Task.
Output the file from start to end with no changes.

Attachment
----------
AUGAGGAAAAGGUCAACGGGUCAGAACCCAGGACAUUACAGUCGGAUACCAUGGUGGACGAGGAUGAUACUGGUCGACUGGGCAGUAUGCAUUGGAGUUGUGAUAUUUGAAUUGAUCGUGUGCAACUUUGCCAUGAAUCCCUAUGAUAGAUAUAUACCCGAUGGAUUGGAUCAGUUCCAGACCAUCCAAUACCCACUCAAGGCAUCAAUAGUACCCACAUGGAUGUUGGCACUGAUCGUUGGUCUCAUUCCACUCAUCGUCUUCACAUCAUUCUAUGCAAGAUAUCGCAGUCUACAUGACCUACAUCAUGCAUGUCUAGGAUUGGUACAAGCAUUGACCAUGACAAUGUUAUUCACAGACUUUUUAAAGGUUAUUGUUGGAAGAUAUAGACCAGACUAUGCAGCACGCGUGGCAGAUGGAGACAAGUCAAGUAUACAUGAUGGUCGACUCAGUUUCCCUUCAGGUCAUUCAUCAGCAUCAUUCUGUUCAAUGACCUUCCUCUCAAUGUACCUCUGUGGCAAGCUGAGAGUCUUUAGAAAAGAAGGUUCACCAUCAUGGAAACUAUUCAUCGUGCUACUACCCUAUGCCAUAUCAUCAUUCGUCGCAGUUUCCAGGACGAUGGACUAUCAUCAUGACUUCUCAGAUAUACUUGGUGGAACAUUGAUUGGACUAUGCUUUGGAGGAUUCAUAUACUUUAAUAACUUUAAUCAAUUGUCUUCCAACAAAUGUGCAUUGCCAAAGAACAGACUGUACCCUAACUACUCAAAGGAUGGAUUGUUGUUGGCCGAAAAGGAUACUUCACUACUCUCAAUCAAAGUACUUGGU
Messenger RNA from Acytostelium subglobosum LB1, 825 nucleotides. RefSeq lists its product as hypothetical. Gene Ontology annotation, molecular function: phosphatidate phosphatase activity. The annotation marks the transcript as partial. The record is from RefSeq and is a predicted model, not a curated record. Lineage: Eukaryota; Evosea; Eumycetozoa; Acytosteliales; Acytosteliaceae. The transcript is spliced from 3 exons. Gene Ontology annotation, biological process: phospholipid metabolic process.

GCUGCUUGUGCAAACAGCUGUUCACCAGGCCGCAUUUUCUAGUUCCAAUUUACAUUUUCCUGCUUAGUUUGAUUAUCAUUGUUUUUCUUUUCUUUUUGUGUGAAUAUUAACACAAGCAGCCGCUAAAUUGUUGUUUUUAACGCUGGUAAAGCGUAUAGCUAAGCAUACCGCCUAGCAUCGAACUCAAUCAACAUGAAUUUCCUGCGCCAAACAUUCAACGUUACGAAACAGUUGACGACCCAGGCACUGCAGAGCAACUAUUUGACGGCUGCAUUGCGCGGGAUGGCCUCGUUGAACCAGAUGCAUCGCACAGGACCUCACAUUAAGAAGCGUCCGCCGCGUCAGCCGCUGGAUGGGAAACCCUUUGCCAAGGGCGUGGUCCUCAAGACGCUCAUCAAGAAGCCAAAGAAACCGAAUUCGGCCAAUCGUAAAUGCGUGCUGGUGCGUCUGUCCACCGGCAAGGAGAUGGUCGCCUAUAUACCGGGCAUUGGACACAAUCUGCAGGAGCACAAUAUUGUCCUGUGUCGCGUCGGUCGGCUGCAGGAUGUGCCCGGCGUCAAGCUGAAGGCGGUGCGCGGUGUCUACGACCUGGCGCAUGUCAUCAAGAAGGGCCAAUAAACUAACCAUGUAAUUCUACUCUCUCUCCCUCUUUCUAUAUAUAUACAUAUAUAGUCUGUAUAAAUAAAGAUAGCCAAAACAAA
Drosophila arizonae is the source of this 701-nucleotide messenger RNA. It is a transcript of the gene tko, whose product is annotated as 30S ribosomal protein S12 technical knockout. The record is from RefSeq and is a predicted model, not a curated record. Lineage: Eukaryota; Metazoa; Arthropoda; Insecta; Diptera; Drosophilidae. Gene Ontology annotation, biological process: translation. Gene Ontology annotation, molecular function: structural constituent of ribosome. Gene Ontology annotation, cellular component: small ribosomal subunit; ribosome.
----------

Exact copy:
AUGAGGAAAAGGUCAACGGGUCAGAACCCAGGACAUUACAGUCGGAUACCAUGGUGGACGAGGAUGAUACUGGUCGACUGGGCAGUAUGCAUUGGAGUUGUGAUAUUUGAAUUGAUCGUGUGCAACUUUGCCAUGAAUCCCUAUGAUAGAUAUAUACCCGAUGGAUUGGAUCAGUUCCAGACCAUCCAAUACCCACUCAAGGCAUCAAUAGUACCCACAUGGAUGUUGGCACUGAUCGUUGGUCUCAUUCCACUCAUCGUCUUCACAUCAUUCUAUGCAAGAUAUCGCAGUCUACAUGACCUACAUCAUGCAUGUCUAGGAUUGGUACAAGCAUUGACCAUGACAAUGUUAUUCACAGACUUUUUAAAGGUUAUUGUUGGAAGAUAUAGACCAGACUAUGCAGCACGCGUGGCAGAUGGAGACAAGUCAAGUAUACAUGAUGGUCGACUCAGUUUCCCUUCAGGUCAUUCAUCAGCAUCAUUCUGUUCAAUGACCUUCCUCUCAAUGUACCUCUGUGGCAAGCUGAGAGUCUUUAGAAAAGAAGGUUCACCAUCAUGGAAACUAUUCAUCGUGCUACUACCCUAUGCCAUAUCAUCAUUCGUCGCAGUUUCCAGGACGAUGGACUAUCAUCAUGACUUCUCAGAUAUACUUGGUGGAACAUUGAUUGGACUAUGCUUUGGAGGAUUCAUAUACUUUAAUAACUUUAAUCAAUUGUCUUCCAACAAAUGUGCAUUGCCAAAGAACAGACUGUACCCUAACUACUCAAAGGAUGGAUUGUUGUUGGCCGAAAAGGAUACUUCACUACUCUCAAUCAAAGUACUUGGU
Messenger RNA from Acytostelium subglobosum LB1, 825 nucleotides. RefSeq lists its product as hypothetical. Gene Ontology annotation, molecular function: phosphatidate phosphatase activity. The annotation marks the transcript as partial. The record is from RefSeq and is a predicted model, not a curated record. Lineage: Eukaryota; Evosea; Eumycetozoa; Acytosteliales; Acytosteliaceae. The transcript is spliced from 3 exons. Gene Ontology annotation, biological process: phospholipid metabolic process.

GCUGCUUGUGCAAACAGCUGUUCACCAGGCCGCAUUUUCUAGUUCCAAUUUACAUUUUCCUGCUUAGUUUGAUUAUCAUUGUUUUUCUUUUCUUUUUGUGUGAAUAUUAACACAAGCAGCCGCUAAAUUGUUGUUUUUAACGCUGGUAAAGCGUAUAGCUAAGCAUACCGCCUAGCAUCGAACUCAAUCAACAUGAAUUUCCUGCGCCAAACAUUCAACGUUACGAAACAGUUGACGACCCAGGCACUGCAGAGCAACUAUUUGACGGCUGCAUUGCGCGGGAUGGCCUCGUUGAACCAGAUGCAUCGCACAGGACCUCACAUUAAGAAGCGUCCGCCGCGUCAGCCGCUGGAUGGGAAACCCUUUGCCAAGGGCGUGGUCCUCAAGACGCUCAUCAAGAAGCCAAAGAAACCGAAUUCGGCCAAUCGUAAAUGCGUGCUGGUGCGUCUGUCCACCGGCAAGGAGAUGGUCGCCUAUAUACCGGGCAUUGGACACAAUCUGCAGGAGCACAAUAUUGUCCUGUGUCGCGUCGGUCGGCUGCAGGAUGUGCCCGGCGUCAAGCUGAAGGCGGUGCGCGGUGUCUACGACCUGGCGCAUGUCAUCAAGAAGGGCCAAUAAACUAACCAUGUAAUUCUACUCUCUCUCCCUCUUUCUAUAUAUAUACAUAUAUAGUCUGUAUAAAUAAAGAUAGCCAAAACAAA
Drosophila arizonae is the source of this 701-nucleotide messenger RNA. It is a transcript of the gene tko, whose product is annotated as 30S ribosomal protein S12 technical knockout. The record is from RefSeq and is a predicted model, not a curated record. Lineage: Eukaryota; Metazoa; Arthropoda; Insecta; Diptera; Drosophilidae. Gene Ontology annotation, biological process: translation. Gene Ontology annotation, molecular function: structural constituent of ribosome. Gene Ontology annotation, cellular component: small ribosomal subunit; ribosome.